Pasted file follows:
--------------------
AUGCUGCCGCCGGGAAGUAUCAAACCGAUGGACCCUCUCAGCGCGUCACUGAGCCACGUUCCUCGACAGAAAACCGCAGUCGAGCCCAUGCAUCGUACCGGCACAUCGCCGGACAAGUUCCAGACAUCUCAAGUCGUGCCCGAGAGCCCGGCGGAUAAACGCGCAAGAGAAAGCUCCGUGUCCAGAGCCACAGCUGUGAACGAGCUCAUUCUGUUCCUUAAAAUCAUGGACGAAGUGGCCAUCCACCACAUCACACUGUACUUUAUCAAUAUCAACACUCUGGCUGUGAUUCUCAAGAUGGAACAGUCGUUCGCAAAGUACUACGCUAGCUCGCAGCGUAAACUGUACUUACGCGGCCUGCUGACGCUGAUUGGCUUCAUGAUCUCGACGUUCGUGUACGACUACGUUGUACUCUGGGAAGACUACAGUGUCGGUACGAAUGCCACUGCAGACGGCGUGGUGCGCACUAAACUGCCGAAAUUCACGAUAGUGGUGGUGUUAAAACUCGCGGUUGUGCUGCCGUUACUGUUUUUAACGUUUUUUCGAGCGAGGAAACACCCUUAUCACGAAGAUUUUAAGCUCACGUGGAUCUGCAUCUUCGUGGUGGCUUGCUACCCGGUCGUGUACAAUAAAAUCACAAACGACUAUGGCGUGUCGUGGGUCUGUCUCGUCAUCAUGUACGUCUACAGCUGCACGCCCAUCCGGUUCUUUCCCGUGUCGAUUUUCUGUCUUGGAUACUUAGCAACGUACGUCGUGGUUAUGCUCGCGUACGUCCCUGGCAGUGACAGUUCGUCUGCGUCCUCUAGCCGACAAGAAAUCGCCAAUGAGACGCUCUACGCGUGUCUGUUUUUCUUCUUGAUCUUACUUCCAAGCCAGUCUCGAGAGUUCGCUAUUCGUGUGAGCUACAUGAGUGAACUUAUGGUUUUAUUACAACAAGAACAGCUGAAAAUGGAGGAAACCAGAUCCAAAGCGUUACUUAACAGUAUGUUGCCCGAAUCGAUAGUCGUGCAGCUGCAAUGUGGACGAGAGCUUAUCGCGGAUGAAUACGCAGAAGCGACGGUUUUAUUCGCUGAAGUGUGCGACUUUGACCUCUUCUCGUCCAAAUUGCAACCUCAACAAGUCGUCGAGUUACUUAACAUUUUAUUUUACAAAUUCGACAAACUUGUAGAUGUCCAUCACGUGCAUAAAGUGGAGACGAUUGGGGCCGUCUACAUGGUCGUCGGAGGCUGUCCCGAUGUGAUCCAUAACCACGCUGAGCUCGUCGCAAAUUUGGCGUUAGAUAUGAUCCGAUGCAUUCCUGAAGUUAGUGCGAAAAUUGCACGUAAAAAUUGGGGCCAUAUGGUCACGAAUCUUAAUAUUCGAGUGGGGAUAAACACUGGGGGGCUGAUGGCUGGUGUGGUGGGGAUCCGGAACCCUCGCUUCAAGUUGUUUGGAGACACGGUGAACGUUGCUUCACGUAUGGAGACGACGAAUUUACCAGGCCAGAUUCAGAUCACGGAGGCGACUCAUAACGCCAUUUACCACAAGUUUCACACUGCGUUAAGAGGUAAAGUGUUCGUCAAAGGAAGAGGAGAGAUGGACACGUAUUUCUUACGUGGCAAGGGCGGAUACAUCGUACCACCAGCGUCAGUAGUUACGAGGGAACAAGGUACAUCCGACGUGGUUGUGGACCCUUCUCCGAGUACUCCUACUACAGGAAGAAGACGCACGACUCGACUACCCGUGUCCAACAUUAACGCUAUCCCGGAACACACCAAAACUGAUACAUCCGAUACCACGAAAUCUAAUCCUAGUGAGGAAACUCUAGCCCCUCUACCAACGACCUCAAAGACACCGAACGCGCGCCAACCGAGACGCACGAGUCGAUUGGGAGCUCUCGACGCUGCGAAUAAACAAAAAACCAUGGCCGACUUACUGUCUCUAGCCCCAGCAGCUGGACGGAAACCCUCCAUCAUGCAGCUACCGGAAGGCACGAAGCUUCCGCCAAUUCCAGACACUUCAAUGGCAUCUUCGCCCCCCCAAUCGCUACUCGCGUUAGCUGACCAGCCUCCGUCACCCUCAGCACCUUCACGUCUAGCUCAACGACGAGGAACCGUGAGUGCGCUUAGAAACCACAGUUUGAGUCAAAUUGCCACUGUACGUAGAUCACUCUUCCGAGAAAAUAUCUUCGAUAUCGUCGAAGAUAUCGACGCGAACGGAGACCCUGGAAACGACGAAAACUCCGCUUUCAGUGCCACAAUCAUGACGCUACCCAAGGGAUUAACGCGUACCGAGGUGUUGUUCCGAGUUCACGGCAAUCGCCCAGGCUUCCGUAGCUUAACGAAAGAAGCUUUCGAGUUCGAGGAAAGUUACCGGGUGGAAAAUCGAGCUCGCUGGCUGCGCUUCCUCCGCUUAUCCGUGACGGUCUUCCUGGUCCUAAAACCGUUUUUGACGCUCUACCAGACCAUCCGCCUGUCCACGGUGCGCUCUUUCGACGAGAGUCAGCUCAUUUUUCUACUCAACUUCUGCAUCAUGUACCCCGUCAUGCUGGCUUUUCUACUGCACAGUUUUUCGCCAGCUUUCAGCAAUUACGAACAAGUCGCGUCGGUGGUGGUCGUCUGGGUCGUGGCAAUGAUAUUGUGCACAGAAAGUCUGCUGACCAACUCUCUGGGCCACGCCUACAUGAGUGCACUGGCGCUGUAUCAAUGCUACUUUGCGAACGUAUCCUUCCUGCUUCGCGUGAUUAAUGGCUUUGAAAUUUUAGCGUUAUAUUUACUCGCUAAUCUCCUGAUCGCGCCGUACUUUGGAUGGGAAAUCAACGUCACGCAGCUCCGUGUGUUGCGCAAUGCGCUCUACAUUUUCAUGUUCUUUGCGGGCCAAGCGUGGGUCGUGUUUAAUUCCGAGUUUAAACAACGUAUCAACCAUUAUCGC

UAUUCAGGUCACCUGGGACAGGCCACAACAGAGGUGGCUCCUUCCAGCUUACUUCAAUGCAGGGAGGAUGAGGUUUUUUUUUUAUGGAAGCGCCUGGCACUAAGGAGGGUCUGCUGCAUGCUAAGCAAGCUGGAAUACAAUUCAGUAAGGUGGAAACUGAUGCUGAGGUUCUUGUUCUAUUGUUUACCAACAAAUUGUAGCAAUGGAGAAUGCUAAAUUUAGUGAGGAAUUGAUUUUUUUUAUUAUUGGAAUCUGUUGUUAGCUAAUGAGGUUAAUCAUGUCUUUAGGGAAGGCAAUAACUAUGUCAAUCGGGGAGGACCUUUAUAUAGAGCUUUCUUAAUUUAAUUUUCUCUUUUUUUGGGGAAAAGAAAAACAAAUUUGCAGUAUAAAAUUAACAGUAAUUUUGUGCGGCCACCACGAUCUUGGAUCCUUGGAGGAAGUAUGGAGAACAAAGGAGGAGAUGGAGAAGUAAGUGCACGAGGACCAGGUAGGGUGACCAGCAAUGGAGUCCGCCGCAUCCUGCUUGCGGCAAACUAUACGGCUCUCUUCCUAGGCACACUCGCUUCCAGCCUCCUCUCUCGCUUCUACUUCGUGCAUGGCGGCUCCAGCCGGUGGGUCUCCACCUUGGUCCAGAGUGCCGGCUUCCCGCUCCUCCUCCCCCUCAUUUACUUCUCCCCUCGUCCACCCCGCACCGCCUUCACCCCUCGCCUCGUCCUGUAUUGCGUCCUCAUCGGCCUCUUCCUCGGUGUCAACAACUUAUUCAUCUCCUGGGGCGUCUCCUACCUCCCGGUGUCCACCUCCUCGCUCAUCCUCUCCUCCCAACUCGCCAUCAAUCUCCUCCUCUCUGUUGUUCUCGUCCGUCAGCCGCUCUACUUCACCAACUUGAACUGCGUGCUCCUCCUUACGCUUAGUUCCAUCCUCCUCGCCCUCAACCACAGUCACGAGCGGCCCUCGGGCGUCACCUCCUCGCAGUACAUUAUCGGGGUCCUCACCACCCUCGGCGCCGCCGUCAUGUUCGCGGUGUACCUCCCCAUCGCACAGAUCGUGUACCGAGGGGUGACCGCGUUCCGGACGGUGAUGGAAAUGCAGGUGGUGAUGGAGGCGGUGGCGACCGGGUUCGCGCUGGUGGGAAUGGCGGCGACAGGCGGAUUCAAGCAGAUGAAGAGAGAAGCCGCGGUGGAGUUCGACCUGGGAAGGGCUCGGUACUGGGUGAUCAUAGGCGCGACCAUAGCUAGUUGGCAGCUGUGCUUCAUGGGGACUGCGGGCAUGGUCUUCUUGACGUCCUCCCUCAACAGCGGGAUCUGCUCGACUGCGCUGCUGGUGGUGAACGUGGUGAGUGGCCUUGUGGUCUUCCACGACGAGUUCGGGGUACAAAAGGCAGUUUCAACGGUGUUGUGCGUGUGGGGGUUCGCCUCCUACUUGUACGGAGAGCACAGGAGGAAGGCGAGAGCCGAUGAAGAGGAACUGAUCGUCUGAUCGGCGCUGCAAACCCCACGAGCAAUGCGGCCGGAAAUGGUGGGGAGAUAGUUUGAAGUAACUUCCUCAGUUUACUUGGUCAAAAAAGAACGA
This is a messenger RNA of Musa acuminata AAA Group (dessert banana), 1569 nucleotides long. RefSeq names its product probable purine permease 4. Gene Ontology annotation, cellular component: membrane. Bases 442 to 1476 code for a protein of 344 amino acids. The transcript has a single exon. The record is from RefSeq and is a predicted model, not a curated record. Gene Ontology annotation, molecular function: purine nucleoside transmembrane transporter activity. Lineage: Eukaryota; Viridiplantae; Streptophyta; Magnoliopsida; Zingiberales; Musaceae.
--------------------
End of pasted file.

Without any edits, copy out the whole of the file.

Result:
AUGCUGCCGCCGGGAAGUAUCAAACCGAUGGACCCUCUCAGCGCGUCACUGAGCCACGUUCCUCGACAGAAAACCGCAGUCGAGCCCAUGCAUCGUACCGGCACAUCGCCGGACAAGUUCCAGACAUCUCAAGUCGUGCCCGAGAGCCCGGCGGAUAAACGCGCAAGAGAAAGCUCCGUGUCCAGAGCCACAGCUGUGAACGAGCUCAUUCUGUUCCUUAAAAUCAUGGACGAAGUGGCCAUCCACCACAUCACACUGUACUUUAUCAAUAUCAACACUCUGGCUGUGAUUCUCAAGAUGGAACAGUCGUUCGCAAAGUACUACGCUAGCUCGCAGCGUAAACUGUACUUACGCGGCCUGCUGACGCUGAUUGGCUUCAUGAUCUCGACGUUCGUGUACGACUACGUUGUACUCUGGGAAGACUACAGUGUCGGUACGAAUGCCACUGCAGACGGCGUGGUGCGCACUAAACUGCCGAAAUUCACGAUAGUGGUGGUGUUAAAACUCGCGGUUGUGCUGCCGUUACUGUUUUUAACGUUUUUUCGAGCGAGGAAACACCCUUAUCACGAAGAUUUUAAGCUCACGUGGAUCUGCAUCUUCGUGGUGGCUUGCUACCCGGUCGUGUACAAUAAAAUCACAAACGACUAUGGCGUGUCGUGGGUCUGUCUCGUCAUCAUGUACGUCUACAGCUGCACGCCCAUCCGGUUCUUUCCCGUGUCGAUUUUCUGUCUUGGAUACUUAGCAACGUACGUCGUGGUUAUGCUCGCGUACGUCCCUGGCAGUGACAGUUCGUCUGCGUCCUCUAGCCGACAAGAAAUCGCCAAUGAGACGCUCUACGCGUGUCUGUUUUUCUUCUUGAUCUUACUUCCAAGCCAGUCUCGAGAGUUCGCUAUUCGUGUGAGCUACAUGAGUGAACUUAUGGUUUUAUUACAACAAGAACAGCUGAAAAUGGAGGAAACCAGAUCCAAAGCGUUACUUAACAGUAUGUUGCCCGAAUCGAUAGUCGUGCAGCUGCAAUGUGGACGAGAGCUUAUCGCGGAUGAAUACGCAGAAGCGACGGUUUUAUUCGCUGAAGUGUGCGACUUUGACCUCUUCUCGUCCAAAUUGCAACCUCAACAAGUCGUCGAGUUACUUAACAUUUUAUUUUACAAAUUCGACAAACUUGUAGAUGUCCAUCACGUGCAUAAAGUGGAGACGAUUGGGGCCGUCUACAUGGUCGUCGGAGGCUGUCCCGAUGUGAUCCAUAACCACGCUGAGCUCGUCGCAAAUUUGGCGUUAGAUAUGAUCCGAUGCAUUCCUGAAGUUAGUGCGAAAAUUGCACGUAAAAAUUGGGGCCAUAUGGUCACGAAUCUUAAUAUUCGAGUGGGGAUAAACACUGGGGGGCUGAUGGCUGGUGUGGUGGGGAUCCGGAACCCUCGCUUCAAGUUGUUUGGAGACACGGUGAACGUUGCUUCACGUAUGGAGACGACGAAUUUACCAGGCCAGAUUCAGAUCACGGAGGCGACUCAUAACGCCAUUUACCACAAGUUUCACACUGCGUUAAGAGGUAAAGUGUUCGUCAAAGGAAGAGGAGAGAUGGACACGUAUUUCUUACGUGGCAAGGGCGGAUACAUCGUACCACCAGCGUCAGUAGUUACGAGGGAACAAGGUACAUCCGACGUGGUUGUGGACCCUUCUCCGAGUACUCCUACUACAGGAAGAAGACGCACGACUCGACUACCCGUGUCCAACAUUAACGCUAUCCCGGAACACACCAAAACUGAUACAUCCGAUACCACGAAAUCUAAUCCUAGUGAGGAAACUCUAGCCCCUCUACCAACGACCUCAAAGACACCGAACGCGCGCCAACCGAGACGCACGAGUCGAUUGGGAGCUCUCGACGCUGCGAAUAAACAAAAAACCAUGGCCGACUUACUGUCUCUAGCCCCAGCAGCUGGACGGAAACCCUCCAUCAUGCAGCUACCGGAAGGCACGAAGCUUCCGCCAAUUCCAGACACUUCAAUGGCAUCUUCGCCCCCCCAAUCGCUACUCGCGUUAGCUGACCAGCCUCCGUCACCCUCAGCACCUUCACGUCUAGCUCAACGACGAGGAACCGUGAGUGCGCUUAGAAACCACAGUUUGAGUCAAAUUGCCACUGUACGUAGAUCACUCUUCCGAGAAAAUAUCUUCGAUAUCGUCGAAGAUAUCGACGCGAACGGAGACCCUGGAAACGACGAAAACUCCGCUUUCAGUGCCACAAUCAUGACGCUACCCAAGGGAUUAACGCGUACCGAGGUGUUGUUCCGAGUUCACGGCAAUCGCCCAGGCUUCCGUAGCUUAACGAAAGAAGCUUUCGAGUUCGAGGAAAGUUACCGGGUGGAAAAUCGAGCUCGCUGGCUGCGCUUCCUCCGCUUAUCCGUGACGGUCUUCCUGGUCCUAAAACCGUUUUUGACGCUCUACCAGACCAUCCGCCUGUCCACGGUGCGCUCUUUCGACGAGAGUCAGCUCAUUUUUCUACUCAACUUCUGCAUCAUGUACCCCGUCAUGCUGGCUUUUCUACUGCACAGUUUUUCGCCAGCUUUCAGCAAUUACGAACAAGUCGCGUCGGUGGUGGUCGUCUGGGUCGUGGCAAUGAUAUUGUGCACAGAAAGUCUGCUGACCAACUCUCUGGGCCACGCCUACAUGAGUGCACUGGCGCUGUAUCAAUGCUACUUUGCGAACGUAUCCUUCCUGCUUCGCGUGAUUAAUGGCUUUGAAAUUUUAGCGUUAUAUUUACUCGCUAAUCUCCUGAUCGCGCCGUACUUUGGAUGGGAAAUCAACGUCACGCAGCUCCGUGUGUUGCGCAAUGCGCUCUACAUUUUCAUGUUCUUUGCGGGCCAAGCGUGGGUCGUGUUUAAUUCCGAGUUUAAACAACGUAUCAACCAUUAUCGC

UAUUCAGGUCACCUGGGACAGGCCACAACAGAGGUGGCUCCUUCCAGCUUACUUCAAUGCAGGGAGGAUGAGGUUUUUUUUUUAUGGAAGCGCCUGGCACUAAGGAGGGUCUGCUGCAUGCUAAGCAAGCUGGAAUACAAUUCAGUAAGGUGGAAACUGAUGCUGAGGUUCUUGUUCUAUUGUUUACCAACAAAUUGUAGCAAUGGAGAAUGCUAAAUUUAGUGAGGAAUUGAUUUUUUUUAUUAUUGGAAUCUGUUGUUAGCUAAUGAGGUUAAUCAUGUCUUUAGGGAAGGCAAUAACUAUGUCAAUCGGGGAGGACCUUUAUAUAGAGCUUUCUUAAUUUAAUUUUCUCUUUUUUUGGGGAAAAGAAAAACAAAUUUGCAGUAUAAAAUUAACAGUAAUUUUGUGCGGCCACCACGAUCUUGGAUCCUUGGAGGAAGUAUGGAGAACAAAGGAGGAGAUGGAGAAGUAAGUGCACGAGGACCAGGUAGGGUGACCAGCAAUGGAGUCCGCCGCAUCCUGCUUGCGGCAAACUAUACGGCUCUCUUCCUAGGCACACUCGCUUCCAGCCUCCUCUCUCGCUUCUACUUCGUGCAUGGCGGCUCCAGCCGGUGGGUCUCCACCUUGGUCCAGAGUGCCGGCUUCCCGCUCCUCCUCCCCCUCAUUUACUUCUCCCCUCGUCCACCCCGCACCGCCUUCACCCCUCGCCUCGUCCUGUAUUGCGUCCUCAUCGGCCUCUUCCUCGGUGUCAACAACUUAUUCAUCUCCUGGGGCGUCUCCUACCUCCCGGUGUCCACCUCCUCGCUCAUCCUCUCCUCCCAACUCGCCAUCAAUCUCCUCCUCUCUGUUGUUCUCGUCCGUCAGCCGCUCUACUUCACCAACUUGAACUGCGUGCUCCUCCUUACGCUUAGUUCCAUCCUCCUCGCCCUCAACCACAGUCACGAGCGGCCCUCGGGCGUCACCUCCUCGCAGUACAUUAUCGGGGUCCUCACCACCCUCGGCGCCGCCGUCAUGUUCGCGGUGUACCUCCCCAUCGCACAGAUCGUGUACCGAGGGGUGACCGCGUUCCGGACGGUGAUGGAAAUGCAGGUGGUGAUGGAGGCGGUGGCGACCGGGUUCGCGCUGGUGGGAAUGGCGGCGACAGGCGGAUUCAAGCAGAUGAAGAGAGAAGCCGCGGUGGAGUUCGACCUGGGAAGGGCUCGGUACUGGGUGAUCAUAGGCGCGACCAUAGCUAGUUGGCAGCUGUGCUUCAUGGGGACUGCGGGCAUGGUCUUCUUGACGUCCUCCCUCAACAGCGGGAUCUGCUCGACUGCGCUGCUGGUGGUGAACGUGGUGAGUGGCCUUGUGGUCUUCCACGACGAGUUCGGGGUACAAAAGGCAGUUUCAACGGUGUUGUGCGUGUGGGGGUUCGCCUCCUACUUGUACGGAGAGCACAGGAGGAAGGCGAGAGCCGAUGAAGAGGAACUGAUCGUCUGAUCGGCGCUGCAAACCCCACGAGCAAUGCGGCCGGAAAUGGUGGGGAGAUAGUUUGAAGUAACUUCCUCAGUUUACUUGGUCAAAAAAGAACGA
This is a messenger RNA of Musa acuminata AAA Group (dessert banana), 1569 nucleotides long. RefSeq names its product probable purine permease 4. Gene Ontology annotation, cellular component: membrane. Bases 442 to 1476 code for a protein of 344 amino acids. The transcript has a single exon. The record is from RefSeq and is a predicted model, not a curated record. Gene Ontology annotation, molecular function: purine nucleoside transmembrane transporter activity. Lineage: Eukaryota; Viridiplantae; Streptophyta; Magnoliopsida; Zingiberales; Musaceae.